This proposal addresses the fundamental question of how to overcome disruption of muscle activation and coordination after neural injury such as stroke. Our goal is to understand interaction dynamics among all hierarchical levels. Our objectives are to determine signal generation and interactions between primary motor cortex (Ml) and spinal cord (SC) nehworks for the control of gross and fine movements and to chart the functional reorganization of Ml after stroke. Our central hypothesis is that the relative contribution and the hierarchy of interactions between Ml and SC mechanisms for the control of functional muscle groups or motor synergies will depend on the required dexterity of movement. For this purpose, data will be obtained from rats performing tasks that range from basic, stereotypical behaviors such as locomotion to more complex, dexterous behaviors such as walking on horizontal ladders with asymmetric rung position and reaching movements.
In Aim 1, we will probe the neural system at the cortical level with microelectrode arrays implanted bilaterally in Ml, at the spinal level with epidural electrode array over cervical enlargement, and in the peripheral system with intramuscular electrodes. The activity of single neurons and local field potential will be examined in the context of their contribution to the control of motor synergies. The organization between Ml, spinal pathways and sensory feedback mechanisms will be examined with paired stimulation of cortical and peripheral pathways.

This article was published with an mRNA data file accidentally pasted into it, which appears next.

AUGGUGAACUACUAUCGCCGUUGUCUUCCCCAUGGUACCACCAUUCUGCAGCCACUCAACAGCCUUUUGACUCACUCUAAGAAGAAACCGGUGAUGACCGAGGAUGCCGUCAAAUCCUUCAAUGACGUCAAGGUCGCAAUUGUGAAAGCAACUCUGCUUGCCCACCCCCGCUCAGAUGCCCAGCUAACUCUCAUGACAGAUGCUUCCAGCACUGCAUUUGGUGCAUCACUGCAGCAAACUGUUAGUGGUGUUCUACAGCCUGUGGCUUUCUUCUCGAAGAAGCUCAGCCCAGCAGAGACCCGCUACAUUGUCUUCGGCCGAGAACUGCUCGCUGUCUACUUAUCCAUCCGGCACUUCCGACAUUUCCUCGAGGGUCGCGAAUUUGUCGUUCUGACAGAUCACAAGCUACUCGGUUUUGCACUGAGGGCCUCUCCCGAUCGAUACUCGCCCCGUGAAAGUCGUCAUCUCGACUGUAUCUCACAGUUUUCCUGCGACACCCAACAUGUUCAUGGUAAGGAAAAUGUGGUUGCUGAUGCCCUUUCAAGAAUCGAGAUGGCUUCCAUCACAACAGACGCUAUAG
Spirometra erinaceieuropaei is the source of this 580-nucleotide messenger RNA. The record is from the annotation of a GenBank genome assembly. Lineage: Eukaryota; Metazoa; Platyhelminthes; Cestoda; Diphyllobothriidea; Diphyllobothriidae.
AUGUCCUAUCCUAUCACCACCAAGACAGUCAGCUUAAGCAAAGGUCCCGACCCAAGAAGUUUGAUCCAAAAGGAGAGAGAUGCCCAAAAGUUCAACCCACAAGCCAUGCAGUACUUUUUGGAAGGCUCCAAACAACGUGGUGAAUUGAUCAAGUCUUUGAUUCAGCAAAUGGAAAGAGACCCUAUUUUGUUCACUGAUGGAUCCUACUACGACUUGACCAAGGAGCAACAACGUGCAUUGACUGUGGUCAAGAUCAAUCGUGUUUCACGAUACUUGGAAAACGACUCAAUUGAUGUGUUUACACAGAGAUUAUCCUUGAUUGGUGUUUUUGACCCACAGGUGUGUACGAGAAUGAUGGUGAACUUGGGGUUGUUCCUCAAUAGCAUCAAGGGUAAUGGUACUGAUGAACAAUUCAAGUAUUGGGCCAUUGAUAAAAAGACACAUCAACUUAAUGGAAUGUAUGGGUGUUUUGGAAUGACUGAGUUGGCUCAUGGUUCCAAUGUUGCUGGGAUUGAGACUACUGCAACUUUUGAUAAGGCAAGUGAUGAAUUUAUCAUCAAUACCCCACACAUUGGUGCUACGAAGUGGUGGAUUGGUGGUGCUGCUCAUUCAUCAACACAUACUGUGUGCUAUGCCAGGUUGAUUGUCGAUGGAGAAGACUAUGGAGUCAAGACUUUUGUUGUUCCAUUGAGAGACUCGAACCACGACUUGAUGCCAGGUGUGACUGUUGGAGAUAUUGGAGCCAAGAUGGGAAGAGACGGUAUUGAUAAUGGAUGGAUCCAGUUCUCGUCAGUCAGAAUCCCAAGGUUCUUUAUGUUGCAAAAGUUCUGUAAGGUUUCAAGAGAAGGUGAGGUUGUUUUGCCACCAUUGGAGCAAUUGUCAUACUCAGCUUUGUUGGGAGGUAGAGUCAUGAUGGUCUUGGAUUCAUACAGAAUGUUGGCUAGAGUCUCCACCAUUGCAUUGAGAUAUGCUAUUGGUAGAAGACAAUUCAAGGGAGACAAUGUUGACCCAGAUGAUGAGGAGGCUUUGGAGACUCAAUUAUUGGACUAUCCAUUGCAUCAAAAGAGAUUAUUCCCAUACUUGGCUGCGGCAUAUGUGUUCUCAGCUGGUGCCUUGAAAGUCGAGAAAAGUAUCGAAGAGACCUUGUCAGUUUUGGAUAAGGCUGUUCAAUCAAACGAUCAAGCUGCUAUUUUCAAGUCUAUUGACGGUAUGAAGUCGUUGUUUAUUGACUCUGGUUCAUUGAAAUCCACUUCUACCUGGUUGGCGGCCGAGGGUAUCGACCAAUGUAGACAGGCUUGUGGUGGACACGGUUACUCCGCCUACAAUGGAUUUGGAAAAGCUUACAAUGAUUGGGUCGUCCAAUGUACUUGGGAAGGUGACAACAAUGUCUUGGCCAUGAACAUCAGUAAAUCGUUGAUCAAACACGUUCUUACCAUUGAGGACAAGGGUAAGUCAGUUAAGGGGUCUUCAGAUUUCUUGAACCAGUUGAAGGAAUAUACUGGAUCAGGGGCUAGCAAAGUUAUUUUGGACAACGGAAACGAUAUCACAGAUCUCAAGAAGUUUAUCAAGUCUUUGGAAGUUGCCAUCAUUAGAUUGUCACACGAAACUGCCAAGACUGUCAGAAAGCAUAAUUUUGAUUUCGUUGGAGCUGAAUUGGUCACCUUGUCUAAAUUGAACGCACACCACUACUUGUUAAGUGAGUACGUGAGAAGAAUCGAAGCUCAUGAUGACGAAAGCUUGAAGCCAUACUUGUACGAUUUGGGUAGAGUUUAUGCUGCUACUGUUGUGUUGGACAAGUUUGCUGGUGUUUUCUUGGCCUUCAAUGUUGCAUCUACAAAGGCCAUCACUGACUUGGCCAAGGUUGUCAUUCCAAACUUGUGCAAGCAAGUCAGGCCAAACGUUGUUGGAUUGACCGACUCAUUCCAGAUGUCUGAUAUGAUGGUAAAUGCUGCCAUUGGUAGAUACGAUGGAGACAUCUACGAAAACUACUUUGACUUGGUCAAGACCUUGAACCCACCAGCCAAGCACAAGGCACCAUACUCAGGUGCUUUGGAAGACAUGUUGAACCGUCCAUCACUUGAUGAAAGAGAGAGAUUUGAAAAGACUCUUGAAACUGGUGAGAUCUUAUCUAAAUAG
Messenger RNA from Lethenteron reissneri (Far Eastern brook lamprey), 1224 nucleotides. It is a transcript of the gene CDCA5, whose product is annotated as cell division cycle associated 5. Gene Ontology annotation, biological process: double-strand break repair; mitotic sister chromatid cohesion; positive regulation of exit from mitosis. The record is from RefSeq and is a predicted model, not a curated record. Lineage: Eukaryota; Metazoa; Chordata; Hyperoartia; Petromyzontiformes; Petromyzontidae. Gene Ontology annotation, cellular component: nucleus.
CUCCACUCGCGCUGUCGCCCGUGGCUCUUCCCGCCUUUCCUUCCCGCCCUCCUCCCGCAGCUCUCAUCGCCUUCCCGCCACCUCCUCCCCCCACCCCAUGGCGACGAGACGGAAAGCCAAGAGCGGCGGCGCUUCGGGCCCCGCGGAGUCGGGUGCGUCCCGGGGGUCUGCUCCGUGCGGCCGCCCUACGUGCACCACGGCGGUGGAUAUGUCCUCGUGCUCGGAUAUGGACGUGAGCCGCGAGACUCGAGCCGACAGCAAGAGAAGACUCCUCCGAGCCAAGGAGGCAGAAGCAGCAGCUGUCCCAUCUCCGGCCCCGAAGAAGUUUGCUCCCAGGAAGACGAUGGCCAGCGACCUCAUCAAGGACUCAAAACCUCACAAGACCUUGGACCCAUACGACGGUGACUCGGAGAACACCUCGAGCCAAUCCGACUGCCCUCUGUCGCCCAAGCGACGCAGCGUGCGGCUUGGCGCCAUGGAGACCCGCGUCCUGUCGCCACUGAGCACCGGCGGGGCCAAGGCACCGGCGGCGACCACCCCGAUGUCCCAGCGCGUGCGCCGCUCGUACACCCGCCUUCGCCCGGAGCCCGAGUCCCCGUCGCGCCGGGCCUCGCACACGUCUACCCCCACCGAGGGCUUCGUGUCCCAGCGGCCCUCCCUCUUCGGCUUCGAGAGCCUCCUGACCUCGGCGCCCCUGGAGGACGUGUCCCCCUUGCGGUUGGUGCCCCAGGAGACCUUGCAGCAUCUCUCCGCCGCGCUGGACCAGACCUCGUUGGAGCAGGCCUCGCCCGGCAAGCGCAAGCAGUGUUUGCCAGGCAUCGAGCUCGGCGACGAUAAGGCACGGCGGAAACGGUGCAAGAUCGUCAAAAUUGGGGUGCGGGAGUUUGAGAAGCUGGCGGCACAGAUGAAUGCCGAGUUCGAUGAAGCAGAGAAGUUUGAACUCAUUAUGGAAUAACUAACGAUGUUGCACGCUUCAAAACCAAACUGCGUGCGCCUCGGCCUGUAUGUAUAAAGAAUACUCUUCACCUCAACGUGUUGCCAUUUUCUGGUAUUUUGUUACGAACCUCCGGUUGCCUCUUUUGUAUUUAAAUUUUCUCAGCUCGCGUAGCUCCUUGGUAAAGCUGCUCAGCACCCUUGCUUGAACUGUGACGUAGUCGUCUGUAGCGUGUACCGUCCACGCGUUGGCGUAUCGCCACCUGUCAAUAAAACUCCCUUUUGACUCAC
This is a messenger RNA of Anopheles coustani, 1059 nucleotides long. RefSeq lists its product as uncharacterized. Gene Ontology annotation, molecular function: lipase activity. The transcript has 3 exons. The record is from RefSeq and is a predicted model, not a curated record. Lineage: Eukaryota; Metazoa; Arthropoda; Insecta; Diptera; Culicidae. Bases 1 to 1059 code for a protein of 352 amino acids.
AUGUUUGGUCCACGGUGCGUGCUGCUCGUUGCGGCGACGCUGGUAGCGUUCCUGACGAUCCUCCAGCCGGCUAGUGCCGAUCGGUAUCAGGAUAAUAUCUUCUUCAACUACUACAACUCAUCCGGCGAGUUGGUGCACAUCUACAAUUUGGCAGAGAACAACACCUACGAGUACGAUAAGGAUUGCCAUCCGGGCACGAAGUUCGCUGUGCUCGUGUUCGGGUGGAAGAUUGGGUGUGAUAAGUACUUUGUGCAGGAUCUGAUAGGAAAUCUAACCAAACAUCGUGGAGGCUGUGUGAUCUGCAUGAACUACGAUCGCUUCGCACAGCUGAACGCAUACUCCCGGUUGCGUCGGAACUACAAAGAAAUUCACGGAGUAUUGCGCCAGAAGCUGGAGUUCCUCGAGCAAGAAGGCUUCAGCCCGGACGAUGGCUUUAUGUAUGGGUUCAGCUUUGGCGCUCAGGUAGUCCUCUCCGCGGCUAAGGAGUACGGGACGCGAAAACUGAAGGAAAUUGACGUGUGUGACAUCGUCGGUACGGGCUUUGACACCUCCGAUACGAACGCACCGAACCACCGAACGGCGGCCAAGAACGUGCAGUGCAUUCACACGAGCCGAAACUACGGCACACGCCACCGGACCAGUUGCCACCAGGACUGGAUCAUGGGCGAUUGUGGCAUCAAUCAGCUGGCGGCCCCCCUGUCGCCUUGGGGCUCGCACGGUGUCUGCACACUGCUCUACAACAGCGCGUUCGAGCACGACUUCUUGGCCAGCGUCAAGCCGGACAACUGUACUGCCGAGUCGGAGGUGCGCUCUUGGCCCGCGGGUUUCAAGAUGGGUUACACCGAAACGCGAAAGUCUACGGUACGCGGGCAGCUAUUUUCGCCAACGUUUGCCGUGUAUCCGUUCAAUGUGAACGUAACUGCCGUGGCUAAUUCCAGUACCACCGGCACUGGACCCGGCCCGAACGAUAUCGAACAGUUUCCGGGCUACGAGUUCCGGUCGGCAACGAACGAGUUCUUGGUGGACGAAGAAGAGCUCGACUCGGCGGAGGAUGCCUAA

In Aim 2, we will study how these corticospinal mechanisms reorganize and recover after a focal cortical damage by the reversible occlusion of middle cerebral artery. The proposed studies will reveal fundamental neural mechanisms of interactions between different levels of control hierarchy in animals before and after transient stroke. This ground work will help to develop strategies to restore functionality that improves symmetric gait and dexterity beyond intrinsic recovery capabilities of the motor control system. Results from these studies will be used to enhance neuroprosthetic technologies that restore function to patients who suffer motor dysfunction.
A highly functioning ESC that will provide a vital service to the Stroke CoBRE junior investigators and to the greater WVU neuroscience and cardiovascular research community and help position us for competitiveness for center and program project grant applications. Success of this ESC is a necessary component of our development of a national center for excellence in basic and translational stroke research.
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